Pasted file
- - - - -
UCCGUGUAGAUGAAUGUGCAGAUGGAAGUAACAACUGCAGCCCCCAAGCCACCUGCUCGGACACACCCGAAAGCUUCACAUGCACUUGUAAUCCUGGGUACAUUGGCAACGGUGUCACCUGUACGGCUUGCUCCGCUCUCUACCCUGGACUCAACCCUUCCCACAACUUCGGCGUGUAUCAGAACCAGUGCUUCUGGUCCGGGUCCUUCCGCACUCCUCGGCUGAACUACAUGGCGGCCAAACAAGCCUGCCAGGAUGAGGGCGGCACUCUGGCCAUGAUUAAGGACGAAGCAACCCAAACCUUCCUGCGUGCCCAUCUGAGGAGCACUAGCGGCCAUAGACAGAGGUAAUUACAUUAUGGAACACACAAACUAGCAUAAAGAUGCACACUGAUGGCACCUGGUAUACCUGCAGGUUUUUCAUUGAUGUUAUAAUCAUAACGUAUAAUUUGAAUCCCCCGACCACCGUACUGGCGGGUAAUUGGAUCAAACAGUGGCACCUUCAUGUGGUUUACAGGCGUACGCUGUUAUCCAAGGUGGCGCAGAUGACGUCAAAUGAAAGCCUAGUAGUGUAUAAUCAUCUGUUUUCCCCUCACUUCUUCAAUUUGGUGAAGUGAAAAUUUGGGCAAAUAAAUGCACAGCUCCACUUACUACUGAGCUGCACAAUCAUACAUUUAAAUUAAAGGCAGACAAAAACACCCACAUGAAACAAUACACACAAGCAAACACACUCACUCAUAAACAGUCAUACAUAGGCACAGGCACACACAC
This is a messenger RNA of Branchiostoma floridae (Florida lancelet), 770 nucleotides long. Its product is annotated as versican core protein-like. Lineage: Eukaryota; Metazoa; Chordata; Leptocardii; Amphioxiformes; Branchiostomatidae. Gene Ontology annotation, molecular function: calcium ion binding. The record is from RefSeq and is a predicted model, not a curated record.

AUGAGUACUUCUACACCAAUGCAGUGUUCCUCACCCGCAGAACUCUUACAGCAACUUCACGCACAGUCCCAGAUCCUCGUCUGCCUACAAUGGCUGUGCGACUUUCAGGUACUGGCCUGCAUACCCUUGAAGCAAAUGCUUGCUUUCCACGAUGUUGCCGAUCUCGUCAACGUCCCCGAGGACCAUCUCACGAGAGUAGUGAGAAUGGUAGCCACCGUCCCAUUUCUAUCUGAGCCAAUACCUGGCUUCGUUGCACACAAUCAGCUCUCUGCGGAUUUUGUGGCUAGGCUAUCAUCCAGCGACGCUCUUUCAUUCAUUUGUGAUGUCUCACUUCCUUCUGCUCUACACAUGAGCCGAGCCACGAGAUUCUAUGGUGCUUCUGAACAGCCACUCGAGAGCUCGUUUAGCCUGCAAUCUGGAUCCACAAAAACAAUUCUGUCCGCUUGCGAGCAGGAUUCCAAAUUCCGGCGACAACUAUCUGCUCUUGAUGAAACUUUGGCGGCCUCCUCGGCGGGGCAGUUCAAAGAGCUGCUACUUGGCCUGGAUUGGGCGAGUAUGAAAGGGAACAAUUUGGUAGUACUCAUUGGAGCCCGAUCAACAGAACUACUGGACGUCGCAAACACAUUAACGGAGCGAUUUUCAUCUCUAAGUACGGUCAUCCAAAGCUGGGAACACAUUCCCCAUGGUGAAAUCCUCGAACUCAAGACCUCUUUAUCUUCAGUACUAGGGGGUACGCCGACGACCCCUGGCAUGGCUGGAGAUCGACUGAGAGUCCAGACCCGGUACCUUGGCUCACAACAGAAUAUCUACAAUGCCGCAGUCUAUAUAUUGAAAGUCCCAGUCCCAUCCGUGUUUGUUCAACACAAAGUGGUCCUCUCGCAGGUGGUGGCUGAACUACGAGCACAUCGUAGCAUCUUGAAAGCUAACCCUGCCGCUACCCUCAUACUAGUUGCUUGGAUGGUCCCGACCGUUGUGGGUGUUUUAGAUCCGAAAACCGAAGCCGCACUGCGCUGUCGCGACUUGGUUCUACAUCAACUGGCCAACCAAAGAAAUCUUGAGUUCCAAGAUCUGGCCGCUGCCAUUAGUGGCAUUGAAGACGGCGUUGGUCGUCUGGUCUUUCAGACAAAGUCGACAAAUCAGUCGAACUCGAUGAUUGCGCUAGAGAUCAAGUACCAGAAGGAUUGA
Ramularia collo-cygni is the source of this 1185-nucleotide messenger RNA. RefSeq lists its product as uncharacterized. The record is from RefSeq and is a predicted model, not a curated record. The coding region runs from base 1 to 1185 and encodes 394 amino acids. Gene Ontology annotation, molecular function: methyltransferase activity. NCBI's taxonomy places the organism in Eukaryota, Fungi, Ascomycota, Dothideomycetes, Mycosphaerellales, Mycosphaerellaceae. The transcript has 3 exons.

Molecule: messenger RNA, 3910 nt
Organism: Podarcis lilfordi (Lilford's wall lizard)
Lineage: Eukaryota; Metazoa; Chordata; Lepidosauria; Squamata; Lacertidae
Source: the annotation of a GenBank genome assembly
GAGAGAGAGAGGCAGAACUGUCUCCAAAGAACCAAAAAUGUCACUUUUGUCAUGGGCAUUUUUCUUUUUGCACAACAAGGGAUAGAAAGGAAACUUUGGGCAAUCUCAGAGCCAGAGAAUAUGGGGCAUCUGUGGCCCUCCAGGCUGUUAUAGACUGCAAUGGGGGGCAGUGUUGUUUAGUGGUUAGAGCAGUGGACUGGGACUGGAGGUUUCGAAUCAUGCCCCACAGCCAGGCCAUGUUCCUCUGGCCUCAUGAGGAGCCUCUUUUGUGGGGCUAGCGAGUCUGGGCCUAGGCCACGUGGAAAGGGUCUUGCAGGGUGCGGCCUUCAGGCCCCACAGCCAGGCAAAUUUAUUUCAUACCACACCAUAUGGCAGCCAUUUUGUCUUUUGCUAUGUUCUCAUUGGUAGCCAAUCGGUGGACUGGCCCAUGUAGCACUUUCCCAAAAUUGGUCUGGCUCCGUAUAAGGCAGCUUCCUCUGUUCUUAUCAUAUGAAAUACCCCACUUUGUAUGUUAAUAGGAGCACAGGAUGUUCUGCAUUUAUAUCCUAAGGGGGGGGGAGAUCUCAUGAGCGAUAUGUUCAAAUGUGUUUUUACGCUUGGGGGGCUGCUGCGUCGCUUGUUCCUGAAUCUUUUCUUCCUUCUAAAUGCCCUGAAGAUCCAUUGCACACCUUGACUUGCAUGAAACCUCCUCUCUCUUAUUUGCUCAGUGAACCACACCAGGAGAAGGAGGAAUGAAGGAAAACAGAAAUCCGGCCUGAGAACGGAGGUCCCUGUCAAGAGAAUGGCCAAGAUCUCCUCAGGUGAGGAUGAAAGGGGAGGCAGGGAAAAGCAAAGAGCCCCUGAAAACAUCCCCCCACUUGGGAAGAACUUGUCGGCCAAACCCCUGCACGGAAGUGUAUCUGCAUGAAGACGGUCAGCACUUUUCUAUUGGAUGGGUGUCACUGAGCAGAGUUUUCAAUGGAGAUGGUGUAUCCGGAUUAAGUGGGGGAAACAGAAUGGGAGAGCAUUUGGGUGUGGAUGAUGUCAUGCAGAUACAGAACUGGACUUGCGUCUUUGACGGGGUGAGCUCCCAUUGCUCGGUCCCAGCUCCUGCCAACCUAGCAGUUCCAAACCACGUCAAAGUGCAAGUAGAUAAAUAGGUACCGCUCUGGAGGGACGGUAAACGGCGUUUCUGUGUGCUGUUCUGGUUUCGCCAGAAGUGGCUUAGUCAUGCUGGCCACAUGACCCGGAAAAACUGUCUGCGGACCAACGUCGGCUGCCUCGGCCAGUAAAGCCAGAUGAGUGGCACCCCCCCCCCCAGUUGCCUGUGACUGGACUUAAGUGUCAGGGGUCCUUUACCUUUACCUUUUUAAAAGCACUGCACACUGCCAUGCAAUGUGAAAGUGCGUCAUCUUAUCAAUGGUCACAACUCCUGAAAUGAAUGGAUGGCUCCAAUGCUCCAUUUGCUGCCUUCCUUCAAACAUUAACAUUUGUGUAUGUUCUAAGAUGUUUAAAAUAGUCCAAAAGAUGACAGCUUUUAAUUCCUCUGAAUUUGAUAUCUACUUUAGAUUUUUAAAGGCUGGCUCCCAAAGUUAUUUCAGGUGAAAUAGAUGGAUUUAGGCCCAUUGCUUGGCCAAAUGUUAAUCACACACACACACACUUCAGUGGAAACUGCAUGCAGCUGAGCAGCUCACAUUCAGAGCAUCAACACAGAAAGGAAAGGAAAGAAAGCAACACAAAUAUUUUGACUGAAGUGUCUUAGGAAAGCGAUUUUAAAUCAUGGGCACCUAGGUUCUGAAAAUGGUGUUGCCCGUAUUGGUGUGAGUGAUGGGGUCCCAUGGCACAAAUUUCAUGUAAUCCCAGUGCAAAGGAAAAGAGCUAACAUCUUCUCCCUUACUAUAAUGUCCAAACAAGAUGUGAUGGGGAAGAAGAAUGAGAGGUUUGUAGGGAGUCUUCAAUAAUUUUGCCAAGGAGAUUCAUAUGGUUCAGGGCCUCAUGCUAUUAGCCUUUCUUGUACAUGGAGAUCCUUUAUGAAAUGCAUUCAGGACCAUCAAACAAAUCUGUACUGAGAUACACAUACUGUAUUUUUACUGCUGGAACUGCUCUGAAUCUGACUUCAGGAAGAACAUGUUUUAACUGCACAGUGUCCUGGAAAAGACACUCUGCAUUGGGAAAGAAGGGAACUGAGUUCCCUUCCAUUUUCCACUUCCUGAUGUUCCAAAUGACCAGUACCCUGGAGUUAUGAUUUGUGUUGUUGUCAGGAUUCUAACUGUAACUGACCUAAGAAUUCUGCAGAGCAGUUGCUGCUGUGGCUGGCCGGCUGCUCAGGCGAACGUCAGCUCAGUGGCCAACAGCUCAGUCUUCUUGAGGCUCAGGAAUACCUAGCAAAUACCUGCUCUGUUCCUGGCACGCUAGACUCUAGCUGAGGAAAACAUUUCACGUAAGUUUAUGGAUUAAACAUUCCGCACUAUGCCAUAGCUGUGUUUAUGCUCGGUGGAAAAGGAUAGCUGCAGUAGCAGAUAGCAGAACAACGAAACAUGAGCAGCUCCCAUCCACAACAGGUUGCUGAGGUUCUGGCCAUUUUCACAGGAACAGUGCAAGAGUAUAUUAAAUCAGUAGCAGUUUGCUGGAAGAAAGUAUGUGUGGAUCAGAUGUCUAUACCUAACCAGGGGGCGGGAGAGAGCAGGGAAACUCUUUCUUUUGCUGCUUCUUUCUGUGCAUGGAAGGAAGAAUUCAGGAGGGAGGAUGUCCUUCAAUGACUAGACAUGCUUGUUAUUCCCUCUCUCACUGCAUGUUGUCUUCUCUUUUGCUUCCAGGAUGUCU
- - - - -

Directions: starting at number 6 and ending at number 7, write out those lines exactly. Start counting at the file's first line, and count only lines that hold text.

Organism: Podarcis lilfordi (Lilford's wall lizard)
Lineage: Eukaryota; Metazoa; Chordata; Lepidosauria; Squamata; Lacertidae